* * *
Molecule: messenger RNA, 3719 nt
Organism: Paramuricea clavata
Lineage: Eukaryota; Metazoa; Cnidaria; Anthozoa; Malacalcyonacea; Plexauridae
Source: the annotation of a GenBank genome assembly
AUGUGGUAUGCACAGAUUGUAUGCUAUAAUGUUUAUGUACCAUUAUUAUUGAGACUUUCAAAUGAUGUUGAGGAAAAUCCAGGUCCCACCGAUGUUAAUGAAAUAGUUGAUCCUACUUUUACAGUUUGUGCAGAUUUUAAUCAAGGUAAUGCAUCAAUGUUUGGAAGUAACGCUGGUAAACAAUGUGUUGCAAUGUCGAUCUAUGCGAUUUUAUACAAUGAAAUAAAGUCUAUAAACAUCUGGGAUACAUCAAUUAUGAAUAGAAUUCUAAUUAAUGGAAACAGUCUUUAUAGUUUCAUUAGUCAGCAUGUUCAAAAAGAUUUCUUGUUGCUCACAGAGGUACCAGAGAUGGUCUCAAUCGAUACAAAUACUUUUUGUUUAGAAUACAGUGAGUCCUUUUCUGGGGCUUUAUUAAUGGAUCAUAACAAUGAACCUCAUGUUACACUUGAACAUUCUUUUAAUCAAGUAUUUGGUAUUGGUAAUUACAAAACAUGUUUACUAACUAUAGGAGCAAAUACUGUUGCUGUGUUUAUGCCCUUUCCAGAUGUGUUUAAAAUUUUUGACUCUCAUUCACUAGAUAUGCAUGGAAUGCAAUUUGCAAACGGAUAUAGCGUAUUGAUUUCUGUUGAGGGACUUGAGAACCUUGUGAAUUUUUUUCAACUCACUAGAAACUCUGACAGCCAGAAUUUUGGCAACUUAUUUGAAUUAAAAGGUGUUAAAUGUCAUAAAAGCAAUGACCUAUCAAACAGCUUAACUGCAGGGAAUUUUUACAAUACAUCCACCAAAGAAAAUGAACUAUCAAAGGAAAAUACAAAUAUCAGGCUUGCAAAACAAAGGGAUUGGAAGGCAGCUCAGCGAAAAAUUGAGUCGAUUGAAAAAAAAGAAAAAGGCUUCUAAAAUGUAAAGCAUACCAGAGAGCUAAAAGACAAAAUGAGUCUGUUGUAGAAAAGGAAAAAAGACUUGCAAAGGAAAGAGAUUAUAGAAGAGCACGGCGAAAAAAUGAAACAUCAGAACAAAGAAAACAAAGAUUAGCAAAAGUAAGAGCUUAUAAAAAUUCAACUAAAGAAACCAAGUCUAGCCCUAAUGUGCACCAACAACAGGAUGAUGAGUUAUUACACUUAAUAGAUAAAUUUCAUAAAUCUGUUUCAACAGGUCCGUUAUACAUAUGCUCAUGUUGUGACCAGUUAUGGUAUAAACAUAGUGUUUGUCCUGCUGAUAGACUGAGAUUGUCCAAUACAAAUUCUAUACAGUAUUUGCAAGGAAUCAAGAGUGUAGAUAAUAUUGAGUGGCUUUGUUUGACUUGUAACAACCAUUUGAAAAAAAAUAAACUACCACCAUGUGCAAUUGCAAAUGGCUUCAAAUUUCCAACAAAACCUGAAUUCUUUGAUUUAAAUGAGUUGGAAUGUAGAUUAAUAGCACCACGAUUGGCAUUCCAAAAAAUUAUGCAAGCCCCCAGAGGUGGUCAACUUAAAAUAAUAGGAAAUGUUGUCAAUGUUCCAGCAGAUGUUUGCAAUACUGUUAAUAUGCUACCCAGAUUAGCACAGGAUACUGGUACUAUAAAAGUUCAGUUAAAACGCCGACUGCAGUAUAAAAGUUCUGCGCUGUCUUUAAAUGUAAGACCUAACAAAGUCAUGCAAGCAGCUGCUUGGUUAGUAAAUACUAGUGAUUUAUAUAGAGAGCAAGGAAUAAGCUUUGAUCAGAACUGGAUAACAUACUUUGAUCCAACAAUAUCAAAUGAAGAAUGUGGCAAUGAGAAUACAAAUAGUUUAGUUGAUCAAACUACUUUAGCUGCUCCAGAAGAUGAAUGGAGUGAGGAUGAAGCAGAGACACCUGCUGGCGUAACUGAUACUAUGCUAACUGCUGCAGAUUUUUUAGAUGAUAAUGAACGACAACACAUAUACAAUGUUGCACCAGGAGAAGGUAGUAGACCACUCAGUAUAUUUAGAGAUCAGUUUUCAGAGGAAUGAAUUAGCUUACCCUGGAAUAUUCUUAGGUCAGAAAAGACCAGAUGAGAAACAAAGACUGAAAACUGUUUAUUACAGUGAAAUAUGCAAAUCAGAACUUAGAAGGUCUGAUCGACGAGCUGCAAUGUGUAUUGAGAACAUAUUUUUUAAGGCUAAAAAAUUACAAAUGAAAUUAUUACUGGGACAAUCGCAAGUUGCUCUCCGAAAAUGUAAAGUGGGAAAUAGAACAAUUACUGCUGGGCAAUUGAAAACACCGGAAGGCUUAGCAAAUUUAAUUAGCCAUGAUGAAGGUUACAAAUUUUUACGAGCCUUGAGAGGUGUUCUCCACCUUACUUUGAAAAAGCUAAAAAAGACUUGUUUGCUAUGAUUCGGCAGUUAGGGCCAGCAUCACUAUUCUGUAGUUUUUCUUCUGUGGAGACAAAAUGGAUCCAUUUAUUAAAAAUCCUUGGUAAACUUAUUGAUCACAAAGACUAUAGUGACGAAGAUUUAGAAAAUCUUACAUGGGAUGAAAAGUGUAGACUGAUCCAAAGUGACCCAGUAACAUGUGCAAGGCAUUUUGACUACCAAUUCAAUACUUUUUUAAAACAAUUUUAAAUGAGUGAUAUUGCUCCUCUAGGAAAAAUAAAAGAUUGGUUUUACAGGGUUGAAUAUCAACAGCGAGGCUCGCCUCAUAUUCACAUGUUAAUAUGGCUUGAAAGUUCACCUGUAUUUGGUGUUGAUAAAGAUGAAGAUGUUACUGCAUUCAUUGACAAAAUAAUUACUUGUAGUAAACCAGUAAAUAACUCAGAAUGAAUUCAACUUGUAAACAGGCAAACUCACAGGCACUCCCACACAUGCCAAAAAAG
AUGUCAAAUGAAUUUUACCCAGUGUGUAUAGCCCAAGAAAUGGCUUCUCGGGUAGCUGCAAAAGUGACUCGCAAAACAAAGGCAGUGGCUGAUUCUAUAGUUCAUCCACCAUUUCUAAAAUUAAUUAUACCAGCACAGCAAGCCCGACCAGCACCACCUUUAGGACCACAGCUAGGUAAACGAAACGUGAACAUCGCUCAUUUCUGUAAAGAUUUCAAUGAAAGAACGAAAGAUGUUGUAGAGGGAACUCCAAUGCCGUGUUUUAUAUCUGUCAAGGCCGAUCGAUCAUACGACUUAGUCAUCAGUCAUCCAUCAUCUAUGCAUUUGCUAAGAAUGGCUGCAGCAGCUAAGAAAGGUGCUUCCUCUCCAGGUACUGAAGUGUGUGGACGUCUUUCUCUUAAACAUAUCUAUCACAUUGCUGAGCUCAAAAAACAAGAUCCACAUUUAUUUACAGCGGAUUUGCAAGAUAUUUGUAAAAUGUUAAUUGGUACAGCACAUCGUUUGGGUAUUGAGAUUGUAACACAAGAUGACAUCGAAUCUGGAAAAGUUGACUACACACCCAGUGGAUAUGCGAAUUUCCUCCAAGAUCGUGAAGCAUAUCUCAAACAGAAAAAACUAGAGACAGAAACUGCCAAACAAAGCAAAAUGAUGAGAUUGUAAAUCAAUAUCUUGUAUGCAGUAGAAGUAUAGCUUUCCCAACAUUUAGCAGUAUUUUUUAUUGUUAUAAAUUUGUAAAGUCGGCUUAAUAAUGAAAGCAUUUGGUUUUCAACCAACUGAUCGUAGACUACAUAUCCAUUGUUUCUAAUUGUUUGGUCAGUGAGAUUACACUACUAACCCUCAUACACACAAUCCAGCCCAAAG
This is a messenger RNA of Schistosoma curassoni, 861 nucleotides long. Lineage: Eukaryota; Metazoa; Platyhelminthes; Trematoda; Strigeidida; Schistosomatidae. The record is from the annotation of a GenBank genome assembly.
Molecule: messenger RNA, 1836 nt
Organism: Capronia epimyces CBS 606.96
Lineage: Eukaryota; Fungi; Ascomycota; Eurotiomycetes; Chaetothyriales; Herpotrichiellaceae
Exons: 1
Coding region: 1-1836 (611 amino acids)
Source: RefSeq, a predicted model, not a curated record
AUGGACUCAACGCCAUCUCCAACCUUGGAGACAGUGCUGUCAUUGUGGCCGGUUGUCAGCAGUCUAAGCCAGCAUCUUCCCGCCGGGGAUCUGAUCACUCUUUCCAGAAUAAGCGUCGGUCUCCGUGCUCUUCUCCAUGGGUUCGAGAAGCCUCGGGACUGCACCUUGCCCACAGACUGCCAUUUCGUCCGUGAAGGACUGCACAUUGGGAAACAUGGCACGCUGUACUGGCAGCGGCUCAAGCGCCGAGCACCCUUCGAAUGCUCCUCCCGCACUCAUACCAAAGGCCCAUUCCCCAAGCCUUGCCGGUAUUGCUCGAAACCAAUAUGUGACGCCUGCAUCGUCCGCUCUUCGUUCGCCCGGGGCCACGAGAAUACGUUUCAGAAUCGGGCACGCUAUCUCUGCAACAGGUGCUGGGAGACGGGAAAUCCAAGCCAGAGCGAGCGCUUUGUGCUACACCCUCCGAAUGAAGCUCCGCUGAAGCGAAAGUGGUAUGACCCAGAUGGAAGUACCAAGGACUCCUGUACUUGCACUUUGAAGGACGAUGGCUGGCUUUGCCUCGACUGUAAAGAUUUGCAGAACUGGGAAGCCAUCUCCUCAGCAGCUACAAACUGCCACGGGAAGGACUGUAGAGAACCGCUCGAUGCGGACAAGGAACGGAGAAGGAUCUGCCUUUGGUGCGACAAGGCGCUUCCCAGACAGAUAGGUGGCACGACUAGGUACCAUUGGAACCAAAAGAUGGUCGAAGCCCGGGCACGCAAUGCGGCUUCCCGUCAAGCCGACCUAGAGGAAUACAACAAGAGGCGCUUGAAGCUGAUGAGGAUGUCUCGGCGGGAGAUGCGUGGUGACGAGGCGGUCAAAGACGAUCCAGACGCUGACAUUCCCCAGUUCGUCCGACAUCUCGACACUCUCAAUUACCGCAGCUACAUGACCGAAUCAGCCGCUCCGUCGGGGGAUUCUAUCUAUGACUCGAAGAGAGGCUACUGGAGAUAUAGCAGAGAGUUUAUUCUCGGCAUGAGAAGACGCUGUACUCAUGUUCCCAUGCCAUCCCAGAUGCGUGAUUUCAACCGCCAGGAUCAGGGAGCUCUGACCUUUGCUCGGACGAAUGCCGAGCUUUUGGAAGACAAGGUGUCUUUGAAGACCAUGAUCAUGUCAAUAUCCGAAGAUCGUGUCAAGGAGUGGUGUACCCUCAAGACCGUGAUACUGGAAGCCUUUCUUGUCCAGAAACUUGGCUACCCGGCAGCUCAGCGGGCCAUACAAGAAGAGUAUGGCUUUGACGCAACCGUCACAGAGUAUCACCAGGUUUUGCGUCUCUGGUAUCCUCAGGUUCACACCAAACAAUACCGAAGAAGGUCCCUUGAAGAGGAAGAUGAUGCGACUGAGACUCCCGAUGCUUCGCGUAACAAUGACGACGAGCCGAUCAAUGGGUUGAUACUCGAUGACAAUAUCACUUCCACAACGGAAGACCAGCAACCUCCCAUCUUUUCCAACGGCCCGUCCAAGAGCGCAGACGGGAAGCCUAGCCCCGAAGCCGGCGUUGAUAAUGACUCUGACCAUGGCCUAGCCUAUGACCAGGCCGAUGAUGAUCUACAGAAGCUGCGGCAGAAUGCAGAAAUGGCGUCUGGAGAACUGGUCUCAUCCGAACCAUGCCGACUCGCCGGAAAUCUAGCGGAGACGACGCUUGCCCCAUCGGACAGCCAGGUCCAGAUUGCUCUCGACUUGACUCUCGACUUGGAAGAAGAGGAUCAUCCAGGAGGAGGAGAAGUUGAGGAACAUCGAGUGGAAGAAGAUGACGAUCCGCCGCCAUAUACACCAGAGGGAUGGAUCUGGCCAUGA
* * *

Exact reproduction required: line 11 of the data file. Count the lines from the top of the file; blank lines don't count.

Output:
Exons: 1